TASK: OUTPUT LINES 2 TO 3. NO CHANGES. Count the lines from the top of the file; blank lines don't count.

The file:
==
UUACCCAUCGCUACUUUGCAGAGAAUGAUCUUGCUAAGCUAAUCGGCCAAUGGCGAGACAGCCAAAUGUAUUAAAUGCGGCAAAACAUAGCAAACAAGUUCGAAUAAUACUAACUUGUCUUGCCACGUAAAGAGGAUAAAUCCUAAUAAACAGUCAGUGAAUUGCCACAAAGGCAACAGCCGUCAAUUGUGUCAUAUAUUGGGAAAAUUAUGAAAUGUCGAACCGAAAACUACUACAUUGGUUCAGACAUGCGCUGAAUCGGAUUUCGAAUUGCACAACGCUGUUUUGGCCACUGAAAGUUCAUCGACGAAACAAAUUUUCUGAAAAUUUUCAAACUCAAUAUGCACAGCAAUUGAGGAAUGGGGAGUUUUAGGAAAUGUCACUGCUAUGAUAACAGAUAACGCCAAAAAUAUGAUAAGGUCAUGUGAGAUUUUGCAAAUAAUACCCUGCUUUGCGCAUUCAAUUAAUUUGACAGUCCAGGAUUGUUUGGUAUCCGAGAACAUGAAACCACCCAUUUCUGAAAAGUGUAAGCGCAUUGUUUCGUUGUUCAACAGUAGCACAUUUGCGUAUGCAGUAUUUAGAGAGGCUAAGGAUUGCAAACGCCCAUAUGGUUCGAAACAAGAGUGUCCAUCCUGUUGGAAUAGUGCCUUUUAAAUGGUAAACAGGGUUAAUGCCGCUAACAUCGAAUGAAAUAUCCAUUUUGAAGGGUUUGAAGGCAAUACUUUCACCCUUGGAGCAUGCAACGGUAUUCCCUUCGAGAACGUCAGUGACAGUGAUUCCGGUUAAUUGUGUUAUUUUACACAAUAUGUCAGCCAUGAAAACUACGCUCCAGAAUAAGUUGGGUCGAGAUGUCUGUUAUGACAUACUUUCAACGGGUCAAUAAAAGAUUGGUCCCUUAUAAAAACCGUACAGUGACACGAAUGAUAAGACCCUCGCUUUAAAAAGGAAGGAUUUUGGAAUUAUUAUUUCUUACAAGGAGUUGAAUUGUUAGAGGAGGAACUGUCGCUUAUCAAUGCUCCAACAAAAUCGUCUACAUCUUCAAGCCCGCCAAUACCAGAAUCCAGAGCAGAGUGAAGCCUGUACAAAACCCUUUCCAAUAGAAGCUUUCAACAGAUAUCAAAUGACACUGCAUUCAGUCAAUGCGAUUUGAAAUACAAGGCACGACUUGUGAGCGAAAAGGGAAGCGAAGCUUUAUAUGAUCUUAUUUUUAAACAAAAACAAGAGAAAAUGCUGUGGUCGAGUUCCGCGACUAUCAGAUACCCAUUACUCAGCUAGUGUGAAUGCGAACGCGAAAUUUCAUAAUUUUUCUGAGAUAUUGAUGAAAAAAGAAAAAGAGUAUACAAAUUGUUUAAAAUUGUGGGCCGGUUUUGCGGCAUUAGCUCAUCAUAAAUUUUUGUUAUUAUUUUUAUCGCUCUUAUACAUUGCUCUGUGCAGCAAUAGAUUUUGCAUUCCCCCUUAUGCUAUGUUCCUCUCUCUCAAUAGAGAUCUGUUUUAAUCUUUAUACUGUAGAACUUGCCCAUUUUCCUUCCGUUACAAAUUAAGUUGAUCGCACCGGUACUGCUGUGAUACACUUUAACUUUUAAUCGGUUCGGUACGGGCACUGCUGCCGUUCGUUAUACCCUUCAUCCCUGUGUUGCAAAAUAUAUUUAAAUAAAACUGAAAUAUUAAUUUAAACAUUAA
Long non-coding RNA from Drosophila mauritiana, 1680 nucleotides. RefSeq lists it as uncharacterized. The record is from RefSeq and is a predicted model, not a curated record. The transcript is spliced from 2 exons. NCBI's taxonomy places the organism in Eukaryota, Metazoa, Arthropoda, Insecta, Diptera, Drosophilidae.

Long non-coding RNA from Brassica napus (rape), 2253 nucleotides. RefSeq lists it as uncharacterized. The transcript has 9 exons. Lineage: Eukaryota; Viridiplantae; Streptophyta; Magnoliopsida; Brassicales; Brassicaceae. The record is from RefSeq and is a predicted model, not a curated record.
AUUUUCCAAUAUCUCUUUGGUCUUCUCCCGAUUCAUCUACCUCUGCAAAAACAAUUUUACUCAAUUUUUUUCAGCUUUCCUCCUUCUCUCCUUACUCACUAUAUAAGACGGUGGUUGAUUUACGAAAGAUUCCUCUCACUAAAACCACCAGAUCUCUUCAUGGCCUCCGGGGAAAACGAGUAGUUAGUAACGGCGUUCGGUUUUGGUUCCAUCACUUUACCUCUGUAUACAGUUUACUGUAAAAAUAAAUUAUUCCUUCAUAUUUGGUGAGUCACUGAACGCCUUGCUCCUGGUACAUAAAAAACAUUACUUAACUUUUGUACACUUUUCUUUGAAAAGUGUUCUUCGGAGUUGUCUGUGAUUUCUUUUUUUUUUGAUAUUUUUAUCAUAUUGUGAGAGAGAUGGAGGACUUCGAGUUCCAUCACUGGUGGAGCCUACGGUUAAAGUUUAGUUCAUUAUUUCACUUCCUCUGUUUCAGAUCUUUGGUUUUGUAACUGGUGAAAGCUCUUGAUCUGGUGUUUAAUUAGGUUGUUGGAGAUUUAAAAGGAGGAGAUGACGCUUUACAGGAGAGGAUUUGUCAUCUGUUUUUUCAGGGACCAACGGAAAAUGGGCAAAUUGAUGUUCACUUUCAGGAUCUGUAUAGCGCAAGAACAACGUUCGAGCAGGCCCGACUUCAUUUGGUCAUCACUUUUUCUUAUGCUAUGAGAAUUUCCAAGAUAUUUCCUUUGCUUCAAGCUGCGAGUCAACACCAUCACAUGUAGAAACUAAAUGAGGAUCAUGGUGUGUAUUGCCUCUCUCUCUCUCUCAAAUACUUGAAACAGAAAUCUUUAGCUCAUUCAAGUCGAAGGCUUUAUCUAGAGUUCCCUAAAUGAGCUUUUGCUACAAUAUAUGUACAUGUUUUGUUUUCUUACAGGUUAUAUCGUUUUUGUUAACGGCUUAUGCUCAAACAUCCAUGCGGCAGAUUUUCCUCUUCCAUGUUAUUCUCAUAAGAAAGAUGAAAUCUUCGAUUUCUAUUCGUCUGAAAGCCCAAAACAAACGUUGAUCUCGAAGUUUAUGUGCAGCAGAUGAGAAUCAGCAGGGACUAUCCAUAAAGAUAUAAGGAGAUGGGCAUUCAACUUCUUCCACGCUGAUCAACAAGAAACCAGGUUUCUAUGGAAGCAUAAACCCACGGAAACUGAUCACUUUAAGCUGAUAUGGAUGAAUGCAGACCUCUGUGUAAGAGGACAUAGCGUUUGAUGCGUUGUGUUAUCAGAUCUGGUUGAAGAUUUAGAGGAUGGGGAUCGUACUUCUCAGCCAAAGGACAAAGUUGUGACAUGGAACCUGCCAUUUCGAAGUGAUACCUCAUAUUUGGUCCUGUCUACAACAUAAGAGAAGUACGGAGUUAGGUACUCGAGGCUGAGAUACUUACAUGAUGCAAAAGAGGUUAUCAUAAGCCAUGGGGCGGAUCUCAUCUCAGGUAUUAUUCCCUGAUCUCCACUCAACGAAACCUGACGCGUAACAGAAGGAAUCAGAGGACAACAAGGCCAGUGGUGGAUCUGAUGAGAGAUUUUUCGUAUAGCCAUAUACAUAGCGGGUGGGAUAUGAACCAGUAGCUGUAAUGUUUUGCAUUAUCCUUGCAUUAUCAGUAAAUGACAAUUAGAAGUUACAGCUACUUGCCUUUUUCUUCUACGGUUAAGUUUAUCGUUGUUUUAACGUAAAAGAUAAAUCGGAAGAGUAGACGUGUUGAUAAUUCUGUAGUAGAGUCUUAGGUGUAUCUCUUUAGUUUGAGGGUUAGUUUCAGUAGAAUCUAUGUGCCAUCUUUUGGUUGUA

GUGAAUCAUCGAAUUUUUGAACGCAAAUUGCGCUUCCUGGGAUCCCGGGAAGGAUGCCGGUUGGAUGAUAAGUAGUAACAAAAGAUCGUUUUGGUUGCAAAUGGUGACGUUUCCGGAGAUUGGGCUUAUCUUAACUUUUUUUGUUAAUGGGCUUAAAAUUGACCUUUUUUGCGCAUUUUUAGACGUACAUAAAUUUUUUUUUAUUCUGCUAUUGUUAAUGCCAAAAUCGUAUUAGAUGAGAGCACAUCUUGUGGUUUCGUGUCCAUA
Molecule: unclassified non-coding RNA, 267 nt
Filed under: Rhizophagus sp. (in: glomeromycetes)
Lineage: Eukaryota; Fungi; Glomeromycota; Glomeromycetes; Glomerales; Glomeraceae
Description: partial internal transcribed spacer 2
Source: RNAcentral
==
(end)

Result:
Long non-coding RNA from Drosophila mauritiana, 1680 nucleotides. RefSeq lists it as uncharacterized. The record is from RefSeq and is a predicted model, not a curated record. The transcript is spliced from 2 exons. NCBI's taxonomy places the organism in Eukaryota, Metazoa, Arthropoda, Insecta, Diptera, Drosophilidae.

Long non-coding RNA from Brassica napus (rape), 2253 nucleotides. RefSeq lists it as uncharacterized. The transcript has 9 exons. Lineage: Eukaryota; Viridiplantae; Streptophyta; Magnoliopsida; Brassicales; Brassicaceae. The record is from RefSeq and is a predicted model, not a curated record.